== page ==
Congresswoman: ‘we can use the ocean to fight climate change’

Debbie Mucarsel-Powell

June is World Ocean Month, a time to celebrate, honor, and learn about our ocean. 

The ocean is the heart of our diverse, vibrant culture in South Florida, and it is vital to critical industries in our state, from tourism to fishing. This majestic resource is key to our survival, providing most of the oxygen we breathe and much of the food we eat. It is home to rich coastal marine ecosystems that protect our communities from natural disasters. We must protect it. Vulnerable communities in South Florida continue to see the impacts of human-caused climate change and the loss of natural spaces. As lawmakers, we must take decisive action not just to protect, but to harness the power of the ocean in the fight against climate change.

Legislation on climate must include comprehensive ocean climate action, starting with addressing ocean acidification. Acidification is a direct result of increased carbon emissions. Marine and coastal ecosystems are extremely vulnerable to climate change. Ocean acidification bleaches vibrant coral reefs and turns blue carbon ecosystems like mangroves, marshes, and seagrass beds from natural carbon sinks into major sources of greenhouse emissions.

We must transition off of fossil fuels and towards a clean energy future to mitigate ocean acidification and combat the climate crisis. And, in every response to climate change, we must focus on protecting communities, especially communities of color, who disproportionately feel the effects of climate change, and those most vulnerable to sea-level rise and catastrophic storms. I’m proud to support efforts like rejoining the Paris Climate Agreement and offshore drilling moratoriums — but there is more we can do.

We must also protect the ocean’s natural ability to store carbon by restoring wetlands and coastal habitats. The degradation of the Everglades, our most famous blue carbon ecosystem, has substantially decreased access to clean water and made us even more vulnerable to the climate crisis. Consequently, our coastal communities are left without the most vital natural infrastructure to protect us from flooding and major storms, forcing thousands of families out of their homes, and negatively impacting South Florida’s fishing and tourism economy.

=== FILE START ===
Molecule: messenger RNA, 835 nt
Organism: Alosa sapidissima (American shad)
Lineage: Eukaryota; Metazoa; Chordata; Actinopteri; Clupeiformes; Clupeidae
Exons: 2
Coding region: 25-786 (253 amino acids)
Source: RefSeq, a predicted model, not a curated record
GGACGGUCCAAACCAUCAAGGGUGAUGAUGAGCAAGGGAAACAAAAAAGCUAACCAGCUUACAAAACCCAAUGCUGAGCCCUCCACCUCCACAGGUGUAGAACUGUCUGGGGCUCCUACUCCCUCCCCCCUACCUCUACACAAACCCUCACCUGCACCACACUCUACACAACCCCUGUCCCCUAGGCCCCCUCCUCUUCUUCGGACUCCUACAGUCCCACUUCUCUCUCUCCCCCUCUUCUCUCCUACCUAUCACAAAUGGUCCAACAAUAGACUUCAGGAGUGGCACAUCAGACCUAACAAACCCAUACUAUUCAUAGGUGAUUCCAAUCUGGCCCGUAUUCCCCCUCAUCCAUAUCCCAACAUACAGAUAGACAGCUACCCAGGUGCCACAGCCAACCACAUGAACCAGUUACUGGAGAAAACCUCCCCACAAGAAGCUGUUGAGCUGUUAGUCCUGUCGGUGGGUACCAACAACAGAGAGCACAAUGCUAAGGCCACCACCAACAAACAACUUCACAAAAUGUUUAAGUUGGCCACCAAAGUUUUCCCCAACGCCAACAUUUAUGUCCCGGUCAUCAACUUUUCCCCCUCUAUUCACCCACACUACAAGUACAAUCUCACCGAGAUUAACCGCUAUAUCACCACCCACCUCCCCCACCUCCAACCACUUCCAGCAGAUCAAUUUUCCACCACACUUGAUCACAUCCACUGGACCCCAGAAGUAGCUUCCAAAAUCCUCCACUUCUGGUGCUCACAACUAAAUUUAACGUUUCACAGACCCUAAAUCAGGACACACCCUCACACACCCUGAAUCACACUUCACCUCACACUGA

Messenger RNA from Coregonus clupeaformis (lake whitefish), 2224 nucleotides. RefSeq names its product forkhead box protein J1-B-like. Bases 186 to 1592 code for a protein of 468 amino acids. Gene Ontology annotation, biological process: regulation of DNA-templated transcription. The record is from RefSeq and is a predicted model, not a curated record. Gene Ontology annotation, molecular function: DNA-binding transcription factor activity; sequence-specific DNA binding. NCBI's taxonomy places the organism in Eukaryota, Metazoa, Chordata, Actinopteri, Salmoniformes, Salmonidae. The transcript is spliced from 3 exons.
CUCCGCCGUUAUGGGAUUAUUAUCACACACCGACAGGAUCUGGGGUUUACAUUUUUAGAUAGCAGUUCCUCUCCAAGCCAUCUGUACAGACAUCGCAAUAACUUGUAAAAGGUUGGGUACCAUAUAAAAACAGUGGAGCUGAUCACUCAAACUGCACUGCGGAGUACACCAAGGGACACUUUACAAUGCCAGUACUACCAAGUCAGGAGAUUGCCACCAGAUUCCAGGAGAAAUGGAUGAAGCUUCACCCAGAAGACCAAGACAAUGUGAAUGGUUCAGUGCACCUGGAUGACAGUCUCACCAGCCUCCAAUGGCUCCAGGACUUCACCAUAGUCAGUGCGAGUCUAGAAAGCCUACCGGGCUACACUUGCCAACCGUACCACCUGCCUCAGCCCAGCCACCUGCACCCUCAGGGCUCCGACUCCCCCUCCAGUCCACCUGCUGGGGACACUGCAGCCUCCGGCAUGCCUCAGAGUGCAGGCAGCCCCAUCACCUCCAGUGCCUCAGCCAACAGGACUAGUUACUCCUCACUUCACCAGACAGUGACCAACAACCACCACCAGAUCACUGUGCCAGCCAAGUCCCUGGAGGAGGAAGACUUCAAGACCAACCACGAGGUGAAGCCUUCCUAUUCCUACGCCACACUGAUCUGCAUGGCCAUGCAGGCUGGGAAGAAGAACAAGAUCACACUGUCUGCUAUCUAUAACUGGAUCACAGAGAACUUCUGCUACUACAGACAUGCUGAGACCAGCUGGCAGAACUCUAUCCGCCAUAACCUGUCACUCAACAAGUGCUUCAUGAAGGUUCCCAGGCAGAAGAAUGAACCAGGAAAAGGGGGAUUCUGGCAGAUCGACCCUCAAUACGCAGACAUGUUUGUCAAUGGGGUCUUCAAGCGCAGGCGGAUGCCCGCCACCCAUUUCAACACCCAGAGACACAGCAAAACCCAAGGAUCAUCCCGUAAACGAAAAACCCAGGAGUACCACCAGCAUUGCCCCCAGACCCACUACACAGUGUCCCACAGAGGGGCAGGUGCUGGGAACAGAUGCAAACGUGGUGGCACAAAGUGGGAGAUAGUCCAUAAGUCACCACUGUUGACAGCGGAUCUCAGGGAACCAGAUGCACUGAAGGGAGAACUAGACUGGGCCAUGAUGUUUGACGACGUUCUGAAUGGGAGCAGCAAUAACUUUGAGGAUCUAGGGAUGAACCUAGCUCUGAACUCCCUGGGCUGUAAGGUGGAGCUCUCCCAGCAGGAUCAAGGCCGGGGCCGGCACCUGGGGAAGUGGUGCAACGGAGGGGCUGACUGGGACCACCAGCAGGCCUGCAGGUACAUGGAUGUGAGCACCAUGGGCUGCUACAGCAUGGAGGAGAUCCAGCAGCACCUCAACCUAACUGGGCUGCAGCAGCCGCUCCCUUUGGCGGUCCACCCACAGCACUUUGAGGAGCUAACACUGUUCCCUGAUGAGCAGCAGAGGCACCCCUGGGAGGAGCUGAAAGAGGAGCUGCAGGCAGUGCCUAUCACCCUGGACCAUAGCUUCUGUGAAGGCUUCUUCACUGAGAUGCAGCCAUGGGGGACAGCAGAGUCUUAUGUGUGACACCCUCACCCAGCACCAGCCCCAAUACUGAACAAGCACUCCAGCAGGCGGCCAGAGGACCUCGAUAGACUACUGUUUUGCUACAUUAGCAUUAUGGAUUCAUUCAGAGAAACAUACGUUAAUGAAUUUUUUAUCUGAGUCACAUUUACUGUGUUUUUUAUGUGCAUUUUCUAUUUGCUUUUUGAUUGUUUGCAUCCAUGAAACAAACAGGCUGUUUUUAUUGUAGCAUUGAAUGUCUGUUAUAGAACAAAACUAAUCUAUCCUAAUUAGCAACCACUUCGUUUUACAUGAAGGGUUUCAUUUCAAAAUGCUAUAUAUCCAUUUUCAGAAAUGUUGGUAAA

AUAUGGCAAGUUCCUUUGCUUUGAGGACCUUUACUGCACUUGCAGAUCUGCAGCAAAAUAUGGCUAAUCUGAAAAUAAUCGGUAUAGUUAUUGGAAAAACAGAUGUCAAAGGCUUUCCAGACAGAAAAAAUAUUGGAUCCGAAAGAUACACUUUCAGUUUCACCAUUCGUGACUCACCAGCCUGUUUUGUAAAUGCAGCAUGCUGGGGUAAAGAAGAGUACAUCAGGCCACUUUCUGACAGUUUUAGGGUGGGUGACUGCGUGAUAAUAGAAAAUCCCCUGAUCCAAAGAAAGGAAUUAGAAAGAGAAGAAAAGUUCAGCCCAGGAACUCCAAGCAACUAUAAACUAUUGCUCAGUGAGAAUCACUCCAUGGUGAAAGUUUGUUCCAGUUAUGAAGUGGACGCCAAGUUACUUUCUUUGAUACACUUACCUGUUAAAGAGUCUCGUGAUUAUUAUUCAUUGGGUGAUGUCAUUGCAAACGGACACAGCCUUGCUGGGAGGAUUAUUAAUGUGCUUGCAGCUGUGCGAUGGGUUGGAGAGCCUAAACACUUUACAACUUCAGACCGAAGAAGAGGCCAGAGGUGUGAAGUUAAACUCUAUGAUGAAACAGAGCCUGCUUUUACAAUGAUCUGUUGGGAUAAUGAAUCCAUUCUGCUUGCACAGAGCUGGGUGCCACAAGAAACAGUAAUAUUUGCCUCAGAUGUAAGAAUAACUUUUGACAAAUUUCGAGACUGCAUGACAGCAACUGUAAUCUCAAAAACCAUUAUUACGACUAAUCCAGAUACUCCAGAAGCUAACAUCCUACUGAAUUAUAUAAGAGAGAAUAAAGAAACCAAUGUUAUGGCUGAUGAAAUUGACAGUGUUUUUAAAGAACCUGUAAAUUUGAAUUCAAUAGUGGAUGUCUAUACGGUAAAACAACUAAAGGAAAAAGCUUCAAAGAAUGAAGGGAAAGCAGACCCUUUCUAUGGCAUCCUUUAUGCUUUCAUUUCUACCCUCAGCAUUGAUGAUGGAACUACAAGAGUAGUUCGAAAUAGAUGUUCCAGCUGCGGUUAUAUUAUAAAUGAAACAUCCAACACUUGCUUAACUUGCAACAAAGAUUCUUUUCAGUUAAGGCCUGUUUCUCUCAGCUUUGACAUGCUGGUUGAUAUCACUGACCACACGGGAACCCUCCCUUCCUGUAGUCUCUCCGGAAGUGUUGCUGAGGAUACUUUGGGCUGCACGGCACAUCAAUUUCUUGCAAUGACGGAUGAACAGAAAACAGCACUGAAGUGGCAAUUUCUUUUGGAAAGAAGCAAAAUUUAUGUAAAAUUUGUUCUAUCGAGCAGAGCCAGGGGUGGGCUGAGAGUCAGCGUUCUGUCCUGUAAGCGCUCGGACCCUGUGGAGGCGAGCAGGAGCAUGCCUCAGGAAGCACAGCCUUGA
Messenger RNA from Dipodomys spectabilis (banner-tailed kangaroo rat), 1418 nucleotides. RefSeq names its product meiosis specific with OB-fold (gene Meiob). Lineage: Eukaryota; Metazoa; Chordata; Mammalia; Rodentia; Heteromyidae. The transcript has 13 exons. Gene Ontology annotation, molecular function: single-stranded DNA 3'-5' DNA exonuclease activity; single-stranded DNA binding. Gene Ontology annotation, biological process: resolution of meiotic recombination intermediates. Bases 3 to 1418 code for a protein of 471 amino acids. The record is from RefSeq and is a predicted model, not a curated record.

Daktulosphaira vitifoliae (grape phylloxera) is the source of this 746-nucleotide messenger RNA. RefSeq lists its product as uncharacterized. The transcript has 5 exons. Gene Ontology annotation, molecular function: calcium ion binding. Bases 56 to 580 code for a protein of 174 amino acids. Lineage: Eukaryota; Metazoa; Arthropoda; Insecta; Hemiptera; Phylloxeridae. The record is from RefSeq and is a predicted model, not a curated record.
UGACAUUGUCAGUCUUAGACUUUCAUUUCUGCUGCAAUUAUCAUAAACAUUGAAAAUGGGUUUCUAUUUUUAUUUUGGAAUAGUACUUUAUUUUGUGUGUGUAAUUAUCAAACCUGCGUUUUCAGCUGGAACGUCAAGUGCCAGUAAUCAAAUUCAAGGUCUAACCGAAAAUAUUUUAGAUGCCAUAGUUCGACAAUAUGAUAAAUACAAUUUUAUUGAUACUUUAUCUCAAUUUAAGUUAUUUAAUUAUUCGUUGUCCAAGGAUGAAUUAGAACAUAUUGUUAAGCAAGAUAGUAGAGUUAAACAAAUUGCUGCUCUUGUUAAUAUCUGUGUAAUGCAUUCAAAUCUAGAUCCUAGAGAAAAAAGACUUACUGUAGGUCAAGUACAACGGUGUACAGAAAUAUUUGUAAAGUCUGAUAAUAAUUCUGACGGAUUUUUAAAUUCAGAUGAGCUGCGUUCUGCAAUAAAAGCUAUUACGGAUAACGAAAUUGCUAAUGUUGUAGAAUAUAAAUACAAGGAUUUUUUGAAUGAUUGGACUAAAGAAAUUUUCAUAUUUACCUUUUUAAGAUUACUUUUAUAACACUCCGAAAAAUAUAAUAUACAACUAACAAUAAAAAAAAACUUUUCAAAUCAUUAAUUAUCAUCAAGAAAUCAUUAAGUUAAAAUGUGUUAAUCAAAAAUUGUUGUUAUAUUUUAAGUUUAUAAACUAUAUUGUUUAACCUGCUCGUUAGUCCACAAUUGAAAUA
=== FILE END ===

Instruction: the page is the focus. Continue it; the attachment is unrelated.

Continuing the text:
Finally, we have to adapt to a world that’s already being impacted by climate change. Scientists are uniting behind a goal of protecting at least 30 percent of the land and ocean by 2030. Some estimate that the U.S. loses a football field’s worth of natural lands to development every 30 seconds. Half of all freshwater and saltwater wetlands in the lower 48 have already been lost, and two-thirds of the world’s marine environments have been “severely altered” by human activity. In Florida, human development has shrunk the Everglades to less than half its original size and the coral reefs in the Florida Keys National Marine Sanctuary are already feeling the effects of coral bleaching and other stressors. By protecting more than 30% of our ocean and supporting existing conservation programs, such as the Land and Water Conservation Fund (LWCF) — which provides millions in funding for the Everglades and Biscayne Bay National Parks as well as hundreds of other outdoor spaces in the state — we can ensure that our invaluable ecosystems and nature are protected in the future.

The data and science are clear: we cannot wait to act on the climate crisis, and we are running out of time to make serious progress. Our to-do list is long, but the consequences of inaction are too severe to ignore. I believe that protecting and harnessing our ocean in the fight against climate change must be a part of the solution to protect our communities and save our planet. I will continue fighting to keep my promise to South Floridians of a healthier, safer, and more sustainable environment for future generations.

— Debbie Mucarsel-Powell

U.S. representative for Congressional District 26, representing portions of Miami-Dade and the Florida Keys


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